Common Name: Prairie Coneflower, Yellow Coneflower, Gray-headed Coneflower
Latin Name: Ratibida pinnata
[Pronounced: "ruh-TIB-i-duh pin-ATE-ah"]
Type of Plant: Prairie forb ("wildflower")
Identification Helps:Prairie coneflower is a frequent forb on most Ohio prairies. It commonly blooms in July and August, displaying the identifying drooping yellow ray-flowers (which are not actual petals). A number of other Ohio forbs have similar yellow ray-flowers, but none droop in the characteristic manner of this species, as shown in the photo.
Preferred Growing Conditions in the Wild:Yellow Coneflower grows naturally in prairies and soils of average (mesic, pronounced "MEES-ik " or "MEZ-ik") moisture availability. Extremely dry or wet sites are not favorable.
The species is often found growing in ditches and other non-brushy sites in areas of Ohio that were once prairie. For reasons that are unclear, Ratibida pinnata can be grown rather easily where ever it is planted, so long as the site is unshaded. But the species never seems to naturally colonize new areas of the state that were not originally prairie. Again, if seeded, the species grows well nearly everywhere. But when left to natural processes, the species tends to remain confined to original prairie locations.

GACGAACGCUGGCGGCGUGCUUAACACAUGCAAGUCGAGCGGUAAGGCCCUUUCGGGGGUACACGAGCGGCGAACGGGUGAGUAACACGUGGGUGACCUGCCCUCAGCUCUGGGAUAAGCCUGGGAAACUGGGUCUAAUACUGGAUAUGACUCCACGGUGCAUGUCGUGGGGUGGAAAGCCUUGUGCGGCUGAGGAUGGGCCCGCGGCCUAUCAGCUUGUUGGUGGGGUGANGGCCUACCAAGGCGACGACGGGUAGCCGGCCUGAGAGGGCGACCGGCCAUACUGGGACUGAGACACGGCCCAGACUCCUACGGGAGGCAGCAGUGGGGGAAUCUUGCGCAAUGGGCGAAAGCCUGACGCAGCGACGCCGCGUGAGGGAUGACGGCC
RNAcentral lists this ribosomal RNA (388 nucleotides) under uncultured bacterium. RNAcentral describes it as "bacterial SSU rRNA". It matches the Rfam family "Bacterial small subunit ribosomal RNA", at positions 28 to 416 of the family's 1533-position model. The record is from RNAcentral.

Therefore, the natural modern occurrence of the species almost always indicates that an ancestral prairie was on the site or immediately nearby. Why the plant doesn't naturally expand its range to all areas of the state is unknown.
Preferred Soils: The species grows in almost all soil types, but does not do well in continually wet soils.
Seasons of Growth and Bloom: New seasonal growth begins in mid- to late April. Vegetative growth continues into July, with flowerheads forming in late July and continuing into August or later.
Natural Distribution in Ohio: Yellow coneflower is found naturally throughout the state in all prairie regions on former prairie sites.
Description and General Information: Yellow coneflower is the forb depicted on the Ohio Prairie Association logo, as it is among the most common and ubiquitous of Ohio prairie plants. The plant seldom, if ever, grows naturally outside a prairie or former prairie area. It can be easily grown in gardens and prairie restorations and creations. In autumn, its seedhead can be crushed in hand to reveal a wonderful aromatic fragrance. A number of seed-eating birds consume the seeds when they mature in late September and October. The plant is a long-lived perennial with deep roots that allow the plant to thrive even in severe drought. Mass plantings in prairie and native plants landscapes are beautiful.